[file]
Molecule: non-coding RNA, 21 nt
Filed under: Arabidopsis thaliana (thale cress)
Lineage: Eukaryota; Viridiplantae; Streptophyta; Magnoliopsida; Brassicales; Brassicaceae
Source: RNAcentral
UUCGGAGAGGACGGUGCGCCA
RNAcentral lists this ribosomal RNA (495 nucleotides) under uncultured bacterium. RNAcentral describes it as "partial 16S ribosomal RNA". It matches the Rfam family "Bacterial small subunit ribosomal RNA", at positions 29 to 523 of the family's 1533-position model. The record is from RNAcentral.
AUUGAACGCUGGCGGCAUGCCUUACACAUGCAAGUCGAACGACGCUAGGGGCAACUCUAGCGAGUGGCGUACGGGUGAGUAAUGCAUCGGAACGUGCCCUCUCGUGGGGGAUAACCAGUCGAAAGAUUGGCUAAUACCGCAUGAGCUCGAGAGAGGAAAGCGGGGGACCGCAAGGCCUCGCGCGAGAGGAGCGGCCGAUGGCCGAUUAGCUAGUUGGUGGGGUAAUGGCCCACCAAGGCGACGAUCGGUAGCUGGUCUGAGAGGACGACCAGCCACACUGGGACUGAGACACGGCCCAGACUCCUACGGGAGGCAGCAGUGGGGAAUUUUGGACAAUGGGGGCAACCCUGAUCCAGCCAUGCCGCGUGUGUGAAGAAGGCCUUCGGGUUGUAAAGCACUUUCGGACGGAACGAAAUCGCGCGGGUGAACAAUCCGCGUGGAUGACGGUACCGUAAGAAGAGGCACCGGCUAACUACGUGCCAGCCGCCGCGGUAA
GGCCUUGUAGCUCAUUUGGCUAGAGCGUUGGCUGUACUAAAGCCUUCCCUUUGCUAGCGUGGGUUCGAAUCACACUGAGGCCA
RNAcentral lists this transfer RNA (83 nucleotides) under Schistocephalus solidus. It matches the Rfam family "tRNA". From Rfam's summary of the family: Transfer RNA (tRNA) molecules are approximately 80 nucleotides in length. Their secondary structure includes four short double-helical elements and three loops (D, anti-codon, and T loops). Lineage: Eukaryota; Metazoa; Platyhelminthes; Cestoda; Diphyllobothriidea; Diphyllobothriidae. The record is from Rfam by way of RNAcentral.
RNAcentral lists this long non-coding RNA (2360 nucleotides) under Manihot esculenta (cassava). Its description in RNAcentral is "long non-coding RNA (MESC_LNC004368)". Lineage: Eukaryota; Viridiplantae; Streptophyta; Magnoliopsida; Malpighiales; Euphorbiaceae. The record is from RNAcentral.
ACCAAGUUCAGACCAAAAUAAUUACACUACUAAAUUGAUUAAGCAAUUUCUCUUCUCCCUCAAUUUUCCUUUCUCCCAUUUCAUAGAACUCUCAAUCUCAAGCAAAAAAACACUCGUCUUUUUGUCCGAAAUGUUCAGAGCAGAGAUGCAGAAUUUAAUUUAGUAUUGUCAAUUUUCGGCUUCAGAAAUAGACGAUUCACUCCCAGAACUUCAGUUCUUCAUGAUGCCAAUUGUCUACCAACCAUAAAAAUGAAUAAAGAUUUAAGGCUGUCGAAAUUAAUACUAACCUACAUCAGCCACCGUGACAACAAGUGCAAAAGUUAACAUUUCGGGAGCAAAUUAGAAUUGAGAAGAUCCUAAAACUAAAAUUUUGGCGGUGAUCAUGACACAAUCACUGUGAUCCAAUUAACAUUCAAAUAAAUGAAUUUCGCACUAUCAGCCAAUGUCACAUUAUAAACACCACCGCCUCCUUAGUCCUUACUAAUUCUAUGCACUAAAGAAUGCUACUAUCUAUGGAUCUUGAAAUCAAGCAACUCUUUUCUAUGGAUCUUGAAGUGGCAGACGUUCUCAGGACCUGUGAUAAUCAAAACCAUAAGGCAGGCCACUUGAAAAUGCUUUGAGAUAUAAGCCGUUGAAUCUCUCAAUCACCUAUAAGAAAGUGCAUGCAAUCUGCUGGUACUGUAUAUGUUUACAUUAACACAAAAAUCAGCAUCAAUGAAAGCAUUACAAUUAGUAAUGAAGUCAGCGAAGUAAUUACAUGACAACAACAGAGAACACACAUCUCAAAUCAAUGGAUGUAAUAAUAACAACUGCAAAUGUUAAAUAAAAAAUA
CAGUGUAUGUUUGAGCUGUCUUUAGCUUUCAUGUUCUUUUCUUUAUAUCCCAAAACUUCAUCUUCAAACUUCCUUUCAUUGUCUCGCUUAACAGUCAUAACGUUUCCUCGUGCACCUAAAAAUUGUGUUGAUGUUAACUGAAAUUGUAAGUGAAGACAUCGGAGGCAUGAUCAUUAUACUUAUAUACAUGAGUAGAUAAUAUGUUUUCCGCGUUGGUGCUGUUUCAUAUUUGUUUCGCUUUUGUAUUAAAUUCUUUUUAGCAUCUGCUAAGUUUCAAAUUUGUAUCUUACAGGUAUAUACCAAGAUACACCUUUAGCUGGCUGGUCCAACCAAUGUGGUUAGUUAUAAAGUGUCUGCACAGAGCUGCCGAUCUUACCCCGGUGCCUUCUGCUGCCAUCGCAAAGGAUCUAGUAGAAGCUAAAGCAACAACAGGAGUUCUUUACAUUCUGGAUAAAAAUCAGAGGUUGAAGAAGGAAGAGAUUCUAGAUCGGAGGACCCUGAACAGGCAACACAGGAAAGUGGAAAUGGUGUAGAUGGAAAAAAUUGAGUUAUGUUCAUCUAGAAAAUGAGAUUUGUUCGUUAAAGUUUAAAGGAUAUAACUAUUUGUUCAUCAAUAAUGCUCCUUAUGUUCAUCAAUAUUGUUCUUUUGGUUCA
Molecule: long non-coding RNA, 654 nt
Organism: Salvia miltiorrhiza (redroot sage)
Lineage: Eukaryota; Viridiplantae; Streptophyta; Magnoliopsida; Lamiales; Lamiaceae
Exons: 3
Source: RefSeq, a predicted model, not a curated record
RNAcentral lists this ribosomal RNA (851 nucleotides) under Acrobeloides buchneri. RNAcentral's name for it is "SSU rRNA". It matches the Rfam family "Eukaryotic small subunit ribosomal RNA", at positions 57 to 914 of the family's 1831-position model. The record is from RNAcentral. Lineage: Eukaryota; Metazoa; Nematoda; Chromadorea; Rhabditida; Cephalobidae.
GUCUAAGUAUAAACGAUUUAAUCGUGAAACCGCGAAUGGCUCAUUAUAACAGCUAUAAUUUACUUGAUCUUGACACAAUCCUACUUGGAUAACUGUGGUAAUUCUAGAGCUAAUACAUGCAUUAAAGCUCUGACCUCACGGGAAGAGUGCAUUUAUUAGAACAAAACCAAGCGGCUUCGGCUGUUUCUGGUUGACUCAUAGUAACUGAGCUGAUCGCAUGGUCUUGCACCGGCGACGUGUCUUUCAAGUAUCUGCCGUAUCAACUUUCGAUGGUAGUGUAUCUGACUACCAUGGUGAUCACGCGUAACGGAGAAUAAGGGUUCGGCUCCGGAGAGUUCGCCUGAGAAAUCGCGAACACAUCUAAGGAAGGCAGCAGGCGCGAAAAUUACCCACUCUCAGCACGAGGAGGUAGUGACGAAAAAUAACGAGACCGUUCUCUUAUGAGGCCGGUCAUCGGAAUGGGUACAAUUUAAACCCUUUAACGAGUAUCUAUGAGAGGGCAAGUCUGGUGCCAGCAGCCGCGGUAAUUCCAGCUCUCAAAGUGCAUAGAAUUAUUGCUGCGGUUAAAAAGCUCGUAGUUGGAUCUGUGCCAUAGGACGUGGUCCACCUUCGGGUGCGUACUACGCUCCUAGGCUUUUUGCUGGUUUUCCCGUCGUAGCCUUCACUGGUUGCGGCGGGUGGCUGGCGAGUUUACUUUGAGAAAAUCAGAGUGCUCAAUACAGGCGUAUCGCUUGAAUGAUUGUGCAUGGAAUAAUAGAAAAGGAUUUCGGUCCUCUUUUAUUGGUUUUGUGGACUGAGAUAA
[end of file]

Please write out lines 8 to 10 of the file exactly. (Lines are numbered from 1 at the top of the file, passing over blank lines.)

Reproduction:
GGCCUUGUAGCUCAUUUGGCUAGAGCGUUGGCUGUACUAAAGCCUUCCCUUUGCUAGCGUGGGUUCGAAUCACACUGAGGCCA
RNAcentral lists this transfer RNA (83 nucleotides) under Schistocephalus solidus. It matches the Rfam family "tRNA". From Rfam's summary of the family: Transfer RNA (tRNA) molecules are approximately 80 nucleotides in length. Their secondary structure includes four short double-helical elements and three loops (D, anti-codon, and T loops). Lineage: Eukaryota; Metazoa; Platyhelminthes; Cestoda; Diphyllobothriidea; Diphyllobothriidae. The record is from Rfam by way of RNAcentral.
RNAcentral lists this long non-coding RNA (2360 nucleotides) under Manihot esculenta (cassava). Its description in RNAcentral is "long non-coding RNA (MESC_LNC004368)". Lineage: Eukaryota; Viridiplantae; Streptophyta; Magnoliopsida; Malpighiales; Euphorbiaceae. The record is from RNAcentral.